Another practical issue is the near impossibility of an employment process that limits criminal inquires to relevant criminal matters as suggested by the EEOC. The EEOC suggested some best practices such as employers having a policy or limiting inquires or questions about past criminal acts that are relevant to the job in question. Yet the commission has not provided any examples of how to carry that out.
The problem is that there are thousands of crimes in each state. It is exceedingly burdensome to try to analyze every job in terms of what criminal behavior is impacted. It is possible to create broad categories such as “crimes against persons” or “crimes against property,” but those titles are extremely wide and encompass a large range of conduct and behavior stemming from the insignificant to exceedingly relevant.
In addition, the EEOC Guidance does not take into account the realities of state criminal laws when it comes to judging the seriousness of a crime based upon the level of conviction. For example, the Guidance suggests that: “With respect to the gravity of the crime, offenses identified as misdemeanors may be less severe than those identified as felonies.”
However, as the old saying goes, the devil is in the details. Many crimes can be classified as a “wobbler” or hybrid crime that can be either a felony or a misdemeanor. For example, there can be felony or misdemeanor grand theft, or crimes of violence. For a number of real world reasons, the eventual status of a hybrid crime as a felony or misdemeanor can have little or nothing to do with the seriousness of the crime, but instead relate to a number of unpredictable variables in the criminal justice system. Very serious conduct may end up as a misdemeanor because of court over overcrowding resulting in plea bargains, critical evidence being excluded pursuant to a motion to suppress, a critical witness may be reluctant to testify, unskilled attorneys can impact the outcome, or a jury may reach a compromise verdict. The only time that an employer can assume with some level of confidence that a misdemeanor is a less serious offense is where the crime charged can only be charged as a misdemeanor offense, which means that the legislature has made a determination that in all case, the highest punishment can only be at a misdemeanor level.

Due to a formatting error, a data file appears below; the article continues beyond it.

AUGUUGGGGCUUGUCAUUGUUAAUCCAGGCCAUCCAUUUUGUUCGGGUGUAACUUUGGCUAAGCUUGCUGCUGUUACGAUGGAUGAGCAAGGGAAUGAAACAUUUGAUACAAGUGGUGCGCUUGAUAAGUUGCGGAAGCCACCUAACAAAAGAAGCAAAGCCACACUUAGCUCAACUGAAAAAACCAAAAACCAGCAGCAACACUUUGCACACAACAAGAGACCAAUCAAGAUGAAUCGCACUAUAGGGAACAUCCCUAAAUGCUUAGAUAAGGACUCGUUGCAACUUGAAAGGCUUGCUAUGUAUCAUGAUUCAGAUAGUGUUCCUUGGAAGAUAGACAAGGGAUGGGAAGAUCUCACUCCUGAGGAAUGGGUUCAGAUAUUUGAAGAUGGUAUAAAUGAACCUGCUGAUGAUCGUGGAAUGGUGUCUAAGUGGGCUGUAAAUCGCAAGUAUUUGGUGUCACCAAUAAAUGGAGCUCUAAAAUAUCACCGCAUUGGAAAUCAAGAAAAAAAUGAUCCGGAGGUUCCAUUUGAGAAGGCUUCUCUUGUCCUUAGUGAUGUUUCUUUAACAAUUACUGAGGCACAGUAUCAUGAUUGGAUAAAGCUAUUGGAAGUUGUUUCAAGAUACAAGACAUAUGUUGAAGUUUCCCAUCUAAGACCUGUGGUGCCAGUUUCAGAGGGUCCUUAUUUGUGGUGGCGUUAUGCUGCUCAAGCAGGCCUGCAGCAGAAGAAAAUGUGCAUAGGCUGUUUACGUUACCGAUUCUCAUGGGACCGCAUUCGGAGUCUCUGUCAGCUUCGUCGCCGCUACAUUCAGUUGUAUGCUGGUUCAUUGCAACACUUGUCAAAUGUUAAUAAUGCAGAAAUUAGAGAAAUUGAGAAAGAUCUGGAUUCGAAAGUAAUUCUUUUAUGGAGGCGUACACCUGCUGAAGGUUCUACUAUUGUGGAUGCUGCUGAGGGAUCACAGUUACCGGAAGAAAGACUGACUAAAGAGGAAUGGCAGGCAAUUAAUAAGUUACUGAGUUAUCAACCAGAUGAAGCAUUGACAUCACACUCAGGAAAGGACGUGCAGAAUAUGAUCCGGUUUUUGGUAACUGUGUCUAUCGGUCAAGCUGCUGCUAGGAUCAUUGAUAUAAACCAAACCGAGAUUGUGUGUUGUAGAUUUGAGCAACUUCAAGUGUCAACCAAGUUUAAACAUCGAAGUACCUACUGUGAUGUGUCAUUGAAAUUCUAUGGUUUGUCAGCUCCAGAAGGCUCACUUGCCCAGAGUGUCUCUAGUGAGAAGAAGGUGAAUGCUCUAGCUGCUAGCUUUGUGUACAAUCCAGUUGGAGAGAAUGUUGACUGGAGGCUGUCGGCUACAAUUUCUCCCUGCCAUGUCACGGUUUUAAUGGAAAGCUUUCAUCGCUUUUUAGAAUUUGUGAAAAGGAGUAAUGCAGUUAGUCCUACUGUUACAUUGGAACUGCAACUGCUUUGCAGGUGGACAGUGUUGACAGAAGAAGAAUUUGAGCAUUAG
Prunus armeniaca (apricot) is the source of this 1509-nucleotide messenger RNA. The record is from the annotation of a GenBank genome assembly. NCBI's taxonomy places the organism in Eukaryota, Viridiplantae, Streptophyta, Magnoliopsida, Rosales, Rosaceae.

6. The EEOC Guidance of employers limiting inquiries can have the unintended consequence of working against ex-offenders trying to get jobs.
Even assuming that an employer were to analyze thousandsof state crimes (not to mention federal crimes) to determine which crimes may be relevant to a particular job, the next issue is trying to have job applicants review what could well be very large listing of possible crimes. There are a number of real world drawbacks with following the EEOC suggestion of only asking about relevant crimes. It can be argued that in fact the section of the EEOC Guidance that suggests employers attempt to limit their inquiries can actually have the unintended consequences in the real world of working against ex-offenders trying to get jobs:
- Even if only relevant crimes were determined and then listed, the crimes can have a wide range of possible seriousness, making it impossible for an employer to only ask about serious crimes that could impact a job decision.
- Even if the crimes are filtered by age with the idea that older crimes are less serious, employers need to determine whether to use the date of occurrence, the date of conviction, or the date of release from custody. Due to the workings of the criminal justice system and based in part on the past record of the offender and a number of intangible factors related to the operation of the criminal justice system, it is entirely possible that two offenders that commit the same crime on the same date, can have widely different dates of conviction and release.